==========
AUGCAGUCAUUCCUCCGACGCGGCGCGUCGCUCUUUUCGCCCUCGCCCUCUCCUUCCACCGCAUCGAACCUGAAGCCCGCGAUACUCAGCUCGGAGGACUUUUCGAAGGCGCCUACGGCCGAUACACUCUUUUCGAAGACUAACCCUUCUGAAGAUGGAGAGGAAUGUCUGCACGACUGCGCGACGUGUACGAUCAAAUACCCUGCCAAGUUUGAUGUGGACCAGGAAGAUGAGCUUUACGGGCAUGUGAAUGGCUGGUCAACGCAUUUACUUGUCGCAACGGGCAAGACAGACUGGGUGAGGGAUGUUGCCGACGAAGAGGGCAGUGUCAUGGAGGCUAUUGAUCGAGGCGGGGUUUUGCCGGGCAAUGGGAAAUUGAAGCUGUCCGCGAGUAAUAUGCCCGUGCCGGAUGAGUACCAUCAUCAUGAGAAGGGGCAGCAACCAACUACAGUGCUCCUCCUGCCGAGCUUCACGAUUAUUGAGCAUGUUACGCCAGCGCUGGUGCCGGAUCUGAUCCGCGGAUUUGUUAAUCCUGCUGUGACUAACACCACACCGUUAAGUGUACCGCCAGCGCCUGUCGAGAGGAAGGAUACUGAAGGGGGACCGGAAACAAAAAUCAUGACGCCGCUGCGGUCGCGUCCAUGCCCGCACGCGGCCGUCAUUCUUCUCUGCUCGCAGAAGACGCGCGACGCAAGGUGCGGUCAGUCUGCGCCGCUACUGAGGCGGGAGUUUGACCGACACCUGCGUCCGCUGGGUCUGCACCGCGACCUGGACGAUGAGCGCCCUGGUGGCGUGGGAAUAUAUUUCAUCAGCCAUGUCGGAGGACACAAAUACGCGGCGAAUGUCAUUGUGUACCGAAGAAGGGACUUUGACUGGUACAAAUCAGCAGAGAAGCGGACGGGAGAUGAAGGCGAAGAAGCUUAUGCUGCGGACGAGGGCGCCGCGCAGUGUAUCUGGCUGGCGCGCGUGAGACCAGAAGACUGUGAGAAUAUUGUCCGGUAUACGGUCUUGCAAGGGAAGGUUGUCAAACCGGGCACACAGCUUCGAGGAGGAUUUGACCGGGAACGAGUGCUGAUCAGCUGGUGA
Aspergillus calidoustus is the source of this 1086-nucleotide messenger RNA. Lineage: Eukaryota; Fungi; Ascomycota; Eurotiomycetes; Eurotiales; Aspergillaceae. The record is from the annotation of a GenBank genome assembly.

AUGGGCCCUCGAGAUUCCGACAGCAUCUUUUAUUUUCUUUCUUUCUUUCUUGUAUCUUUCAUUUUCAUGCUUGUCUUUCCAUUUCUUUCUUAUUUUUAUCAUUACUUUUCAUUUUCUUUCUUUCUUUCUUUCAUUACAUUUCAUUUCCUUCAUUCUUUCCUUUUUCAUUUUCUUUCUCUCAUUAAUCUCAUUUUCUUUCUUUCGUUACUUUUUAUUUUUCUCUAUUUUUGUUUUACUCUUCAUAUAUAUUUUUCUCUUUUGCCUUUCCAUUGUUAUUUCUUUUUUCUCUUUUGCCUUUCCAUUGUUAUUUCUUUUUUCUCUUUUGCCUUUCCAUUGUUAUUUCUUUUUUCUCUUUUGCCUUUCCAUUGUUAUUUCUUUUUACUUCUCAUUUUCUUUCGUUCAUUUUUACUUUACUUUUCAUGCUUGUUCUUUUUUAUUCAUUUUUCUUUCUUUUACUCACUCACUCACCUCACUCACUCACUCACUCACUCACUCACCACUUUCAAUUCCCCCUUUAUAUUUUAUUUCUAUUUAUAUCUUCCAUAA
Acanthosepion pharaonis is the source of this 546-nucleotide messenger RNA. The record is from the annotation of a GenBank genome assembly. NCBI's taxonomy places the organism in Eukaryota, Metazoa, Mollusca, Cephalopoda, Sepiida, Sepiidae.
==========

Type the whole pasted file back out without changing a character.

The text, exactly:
AUGCAGUCAUUCCUCCGACGCGGCGCGUCGCUCUUUUCGCCCUCGCCCUCUCCUUCCACCGCAUCGAACCUGAAGCCCGCGAUACUCAGCUCGGAGGACUUUUCGAAGGCGCCUACGGCCGAUACACUCUUUUCGAAGACUAACCCUUCUGAAGAUGGAGAGGAAUGUCUGCACGACUGCGCGACGUGUACGAUCAAAUACCCUGCCAAGUUUGAUGUGGACCAGGAAGAUGAGCUUUACGGGCAUGUGAAUGGCUGGUCAACGCAUUUACUUGUCGCAACGGGCAAGACAGACUGGGUGAGGGAUGUUGCCGACGAAGAGGGCAGUGUCAUGGAGGCUAUUGAUCGAGGCGGGGUUUUGCCGGGCAAUGGGAAAUUGAAGCUGUCCGCGAGUAAUAUGCCCGUGCCGGAUGAGUACCAUCAUCAUGAGAAGGGGCAGCAACCAACUACAGUGCUCCUCCUGCCGAGCUUCACGAUUAUUGAGCAUGUUACGCCAGCGCUGGUGCCGGAUCUGAUCCGCGGAUUUGUUAAUCCUGCUGUGACUAACACCACACCGUUAAGUGUACCGCCAGCGCCUGUCGAGAGGAAGGAUACUGAAGGGGGACCGGAAACAAAAAUCAUGACGCCGCUGCGGUCGCGUCCAUGCCCGCACGCGGCCGUCAUUCUUCUCUGCUCGCAGAAGACGCGCGACGCAAGGUGCGGUCAGUCUGCGCCGCUACUGAGGCGGGAGUUUGACCGACACCUGCGUCCGCUGGGUCUGCACCGCGACCUGGACGAUGAGCGCCCUGGUGGCGUGGGAAUAUAUUUCAUCAGCCAUGUCGGAGGACACAAAUACGCGGCGAAUGUCAUUGUGUACCGAAGAAGGGACUUUGACUGGUACAAAUCAGCAGAGAAGCGGACGGGAGAUGAAGGCGAAGAAGCUUAUGCUGCGGACGAGGGCGCCGCGCAGUGUAUCUGGCUGGCGCGCGUGAGACCAGAAGACUGUGAGAAUAUUGUCCGGUAUACGGUCUUGCAAGGGAAGGUUGUCAAACCGGGCACACAGCUUCGAGGAGGAUUUGACCGGGAACGAGUGCUGAUCAGCUGGUGA
Aspergillus calidoustus is the source of this 1086-nucleotide messenger RNA. Lineage: Eukaryota; Fungi; Ascomycota; Eurotiomycetes; Eurotiales; Aspergillaceae. The record is from the annotation of a GenBank genome assembly.

AUGGGCCCUCGAGAUUCCGACAGCAUCUUUUAUUUUCUUUCUUUCUUUCUUGUAUCUUUCAUUUUCAUGCUUGUCUUUCCAUUUCUUUCUUAUUUUUAUCAUUACUUUUCAUUUUCUUUCUUUCUUUCUUUCAUUACAUUUCAUUUCCUUCAUUCUUUCCUUUUUCAUUUUCUUUCUCUCAUUAAUCUCAUUUUCUUUCUUUCGUUACUUUUUAUUUUUCUCUAUUUUUGUUUUACUCUUCAUAUAUAUUUUUCUCUUUUGCCUUUCCAUUGUUAUUUCUUUUUUCUCUUUUGCCUUUCCAUUGUUAUUUCUUUUUUCUCUUUUGCCUUUCCAUUGUUAUUUCUUUUUUCUCUUUUGCCUUUCCAUUGUUAUUUCUUUUUACUUCUCAUUUUCUUUCGUUCAUUUUUACUUUACUUUUCAUGCUUGUUCUUUUUUAUUCAUUUUUCUUUCUUUUACUCACUCACUCACCUCACUCACUCACUCACUCACUCACUCACCACUUUCAAUUCCCCCUUUAUAUUUUAUUUCUAUUUAUAUCUUCCAUAA
Acanthosepion pharaonis is the source of this 546-nucleotide messenger RNA. The record is from the annotation of a GenBank genome assembly. NCBI's taxonomy places the organism in Eukaryota, Metazoa, Mollusca, Cephalopoda, Sepiida, Sepiidae.